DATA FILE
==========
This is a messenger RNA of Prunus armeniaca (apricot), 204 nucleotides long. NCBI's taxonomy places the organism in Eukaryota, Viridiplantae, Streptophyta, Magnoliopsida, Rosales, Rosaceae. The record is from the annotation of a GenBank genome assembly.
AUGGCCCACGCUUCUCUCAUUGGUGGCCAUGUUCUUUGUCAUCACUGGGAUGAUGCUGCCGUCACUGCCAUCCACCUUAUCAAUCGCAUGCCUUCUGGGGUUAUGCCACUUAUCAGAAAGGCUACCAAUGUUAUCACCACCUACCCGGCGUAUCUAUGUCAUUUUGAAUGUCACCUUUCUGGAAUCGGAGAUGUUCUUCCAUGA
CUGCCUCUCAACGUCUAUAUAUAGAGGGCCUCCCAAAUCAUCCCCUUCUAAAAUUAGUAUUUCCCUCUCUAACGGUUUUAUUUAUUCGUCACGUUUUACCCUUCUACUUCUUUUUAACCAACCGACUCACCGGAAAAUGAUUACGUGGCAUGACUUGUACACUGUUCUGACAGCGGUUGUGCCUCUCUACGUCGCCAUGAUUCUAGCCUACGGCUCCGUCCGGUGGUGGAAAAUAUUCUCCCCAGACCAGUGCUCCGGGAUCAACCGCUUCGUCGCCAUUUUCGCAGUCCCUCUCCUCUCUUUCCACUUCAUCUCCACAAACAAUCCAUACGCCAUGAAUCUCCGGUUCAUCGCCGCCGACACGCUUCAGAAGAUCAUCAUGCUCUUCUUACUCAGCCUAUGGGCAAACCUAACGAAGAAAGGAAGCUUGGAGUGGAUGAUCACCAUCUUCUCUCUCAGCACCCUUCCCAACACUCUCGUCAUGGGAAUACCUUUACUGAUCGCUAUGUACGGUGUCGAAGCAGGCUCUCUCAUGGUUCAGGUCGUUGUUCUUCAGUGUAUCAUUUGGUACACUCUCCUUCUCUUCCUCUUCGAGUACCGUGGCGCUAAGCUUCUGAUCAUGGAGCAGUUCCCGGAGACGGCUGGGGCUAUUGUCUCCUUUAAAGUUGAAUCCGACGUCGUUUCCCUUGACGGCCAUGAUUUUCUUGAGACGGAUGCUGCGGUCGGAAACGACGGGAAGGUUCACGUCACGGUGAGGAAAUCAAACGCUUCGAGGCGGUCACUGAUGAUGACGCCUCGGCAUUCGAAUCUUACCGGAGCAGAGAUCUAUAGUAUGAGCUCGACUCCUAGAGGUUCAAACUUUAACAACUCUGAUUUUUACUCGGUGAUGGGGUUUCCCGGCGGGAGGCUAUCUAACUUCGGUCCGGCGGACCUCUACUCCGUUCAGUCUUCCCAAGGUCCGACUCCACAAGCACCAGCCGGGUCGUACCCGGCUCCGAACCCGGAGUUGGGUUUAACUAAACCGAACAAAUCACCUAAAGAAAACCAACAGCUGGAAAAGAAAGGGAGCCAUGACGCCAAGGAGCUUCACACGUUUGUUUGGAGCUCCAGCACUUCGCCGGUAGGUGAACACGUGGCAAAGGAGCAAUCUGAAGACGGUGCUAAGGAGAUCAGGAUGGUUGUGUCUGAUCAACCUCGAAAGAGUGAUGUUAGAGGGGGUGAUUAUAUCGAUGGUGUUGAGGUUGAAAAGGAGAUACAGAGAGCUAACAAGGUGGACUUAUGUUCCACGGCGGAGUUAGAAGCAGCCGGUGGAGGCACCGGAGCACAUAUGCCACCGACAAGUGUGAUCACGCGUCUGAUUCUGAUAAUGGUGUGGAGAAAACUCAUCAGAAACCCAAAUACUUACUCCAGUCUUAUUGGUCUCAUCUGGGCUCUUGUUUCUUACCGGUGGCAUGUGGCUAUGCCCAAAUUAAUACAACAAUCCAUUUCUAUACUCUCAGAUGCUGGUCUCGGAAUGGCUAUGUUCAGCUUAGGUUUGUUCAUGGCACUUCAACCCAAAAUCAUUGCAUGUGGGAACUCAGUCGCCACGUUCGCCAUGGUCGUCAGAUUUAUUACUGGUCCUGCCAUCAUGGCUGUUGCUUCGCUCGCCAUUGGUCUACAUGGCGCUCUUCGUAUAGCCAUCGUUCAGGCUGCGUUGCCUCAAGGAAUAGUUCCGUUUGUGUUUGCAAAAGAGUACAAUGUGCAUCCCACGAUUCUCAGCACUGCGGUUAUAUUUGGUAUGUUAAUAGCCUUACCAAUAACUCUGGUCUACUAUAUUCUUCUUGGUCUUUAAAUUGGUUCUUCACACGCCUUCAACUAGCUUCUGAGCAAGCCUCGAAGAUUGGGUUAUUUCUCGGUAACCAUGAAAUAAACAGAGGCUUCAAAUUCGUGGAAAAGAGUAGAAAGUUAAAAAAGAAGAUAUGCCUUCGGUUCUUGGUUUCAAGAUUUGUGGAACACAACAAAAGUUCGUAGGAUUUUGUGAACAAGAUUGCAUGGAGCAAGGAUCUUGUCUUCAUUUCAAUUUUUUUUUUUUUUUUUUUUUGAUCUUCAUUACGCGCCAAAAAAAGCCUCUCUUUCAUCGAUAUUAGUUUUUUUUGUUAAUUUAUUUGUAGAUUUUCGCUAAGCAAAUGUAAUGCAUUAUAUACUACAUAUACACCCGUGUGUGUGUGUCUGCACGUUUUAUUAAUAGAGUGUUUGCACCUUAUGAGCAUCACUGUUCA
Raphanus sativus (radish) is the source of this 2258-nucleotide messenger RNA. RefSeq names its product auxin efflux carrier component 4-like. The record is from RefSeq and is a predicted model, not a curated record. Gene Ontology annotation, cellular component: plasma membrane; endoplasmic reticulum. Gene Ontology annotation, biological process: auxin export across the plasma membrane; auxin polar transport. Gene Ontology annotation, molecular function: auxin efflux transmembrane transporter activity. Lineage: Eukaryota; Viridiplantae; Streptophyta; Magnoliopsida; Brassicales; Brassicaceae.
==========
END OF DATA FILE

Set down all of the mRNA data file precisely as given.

This is a messenger RNA of Prunus armeniaca (apricot), 204 nucleotides long. NCBI's taxonomy places the organism in Eukaryota, Viridiplantae, Streptophyta, Magnoliopsida, Rosales, Rosaceae. The record is from the annotation of a GenBank genome assembly.
AUGGCCCACGCUUCUCUCAUUGGUGGCCAUGUUCUUUGUCAUCACUGGGAUGAUGCUGCCGUCACUGCCAUCCACCUUAUCAAUCGCAUGCCUUCUGGGGUUAUGCCACUUAUCAGAAAGGCUACCAAUGUUAUCACCACCUACCCGGCGUAUCUAUGUCAUUUUGAAUGUCACCUUUCUGGAAUCGGAGAUGUUCUUCCAUGA
CUGCCUCUCAACGUCUAUAUAUAGAGGGCCUCCCAAAUCAUCCCCUUCUAAAAUUAGUAUUUCCCUCUCUAACGGUUUUAUUUAUUCGUCACGUUUUACCCUUCUACUUCUUUUUAACCAACCGACUCACCGGAAAAUGAUUACGUGGCAUGACUUGUACACUGUUCUGACAGCGGUUGUGCCUCUCUACGUCGCCAUGAUUCUAGCCUACGGCUCCGUCCGGUGGUGGAAAAUAUUCUCCCCAGACCAGUGCUCCGGGAUCAACCGCUUCGUCGCCAUUUUCGCAGUCCCUCUCCUCUCUUUCCACUUCAUCUCCACAAACAAUCCAUACGCCAUGAAUCUCCGGUUCAUCGCCGCCGACACGCUUCAGAAGAUCAUCAUGCUCUUCUUACUCAGCCUAUGGGCAAACCUAACGAAGAAAGGAAGCUUGGAGUGGAUGAUCACCAUCUUCUCUCUCAGCACCCUUCCCAACACUCUCGUCAUGGGAAUACCUUUACUGAUCGCUAUGUACGGUGUCGAAGCAGGCUCUCUCAUGGUUCAGGUCGUUGUUCUUCAGUGUAUCAUUUGGUACACUCUCCUUCUCUUCCUCUUCGAGUACCGUGGCGCUAAGCUUCUGAUCAUGGAGCAGUUCCCGGAGACGGCUGGGGCUAUUGUCUCCUUUAAAGUUGAAUCCGACGUCGUUUCCCUUGACGGCCAUGAUUUUCUUGAGACGGAUGCUGCGGUCGGAAACGACGGGAAGGUUCACGUCACGGUGAGGAAAUCAAACGCUUCGAGGCGGUCACUGAUGAUGACGCCUCGGCAUUCGAAUCUUACCGGAGCAGAGAUCUAUAGUAUGAGCUCGACUCCUAGAGGUUCAAACUUUAACAACUCUGAUUUUUACUCGGUGAUGGGGUUUCCCGGCGGGAGGCUAUCUAACUUCGGUCCGGCGGACCUCUACUCCGUUCAGUCUUCCCAAGGUCCGACUCCACAAGCACCAGCCGGGUCGUACCCGGCUCCGAACCCGGAGUUGGGUUUAACUAAACCGAACAAAUCACCUAAAGAAAACCAACAGCUGGAAAAGAAAGGGAGCCAUGACGCCAAGGAGCUUCACACGUUUGUUUGGAGCUCCAGCACUUCGCCGGUAGGUGAACACGUGGCAAAGGAGCAAUCUGAAGACGGUGCUAAGGAGAUCAGGAUGGUUGUGUCUGAUCAACCUCGAAAGAGUGAUGUUAGAGGGGGUGAUUAUAUCGAUGGUGUUGAGGUUGAAAAGGAGAUACAGAGAGCUAACAAGGUGGACUUAUGUUCCACGGCGGAGUUAGAAGCAGCCGGUGGAGGCACCGGAGCACAUAUGCCACCGACAAGUGUGAUCACGCGUCUGAUUCUGAUAAUGGUGUGGAGAAAACUCAUCAGAAACCCAAAUACUUACUCCAGUCUUAUUGGUCUCAUCUGGGCUCUUGUUUCUUACCGGUGGCAUGUGGCUAUGCCCAAAUUAAUACAACAAUCCAUUUCUAUACUCUCAGAUGCUGGUCUCGGAAUGGCUAUGUUCAGCUUAGGUUUGUUCAUGGCACUUCAACCCAAAAUCAUUGCAUGUGGGAACUCAGUCGCCACGUUCGCCAUGGUCGUCAGAUUUAUUACUGGUCCUGCCAUCAUGGCUGUUGCUUCGCUCGCCAUUGGUCUACAUGGCGCUCUUCGUAUAGCCAUCGUUCAGGCUGCGUUGCCUCAAGGAAUAGUUCCGUUUGUGUUUGCAAAAGAGUACAAUGUGCAUCCCACGAUUCUCAGCACUGCGGUUAUAUUUGGUAUGUUAAUAGCCUUACCAAUAACUCUGGUCUACUAUAUUCUUCUUGGUCUUUAAAUUGGUUCUUCACACGCCUUCAACUAGCUUCUGAGCAAGCCUCGAAGAUUGGGUUAUUUCUCGGUAACCAUGAAAUAAACAGAGGCUUCAAAUUCGUGGAAAAGAGUAGAAAGUUAAAAAAGAAGAUAUGCCUUCGGUUCUUGGUUUCAAGAUUUGUGGAACACAACAAAAGUUCGUAGGAUUUUGUGAACAAGAUUGCAUGGAGCAAGGAUCUUGUCUUCAUUUCAAUUUUUUUUUUUUUUUUUUUUUGAUCUUCAUUACGCGCCAAAAAAAGCCUCUCUUUCAUCGAUAUUAGUUUUUUUUGUUAAUUUAUUUGUAGAUUUUCGCUAAGCAAAUGUAAUGCAUUAUAUACUACAUAUACACCCGUGUGUGUGUGUCUGCACGUUUUAUUAAUAGAGUGUUUGCACCUUAUGAGCAUCACUGUUCA
Raphanus sativus (radish) is the source of this 2258-nucleotide messenger RNA. RefSeq names its product auxin efflux carrier component 4-like. The record is from RefSeq and is a predicted model, not a curated record. Gene Ontology annotation, cellular component: plasma membrane; endoplasmic reticulum. Gene Ontology annotation, biological process: auxin export across the plasma membrane; auxin polar transport. Gene Ontology annotation, molecular function: auxin efflux transmembrane transporter activity. Lineage: Eukaryota; Viridiplantae; Streptophyta; Magnoliopsida; Brassicales; Brassicaceae.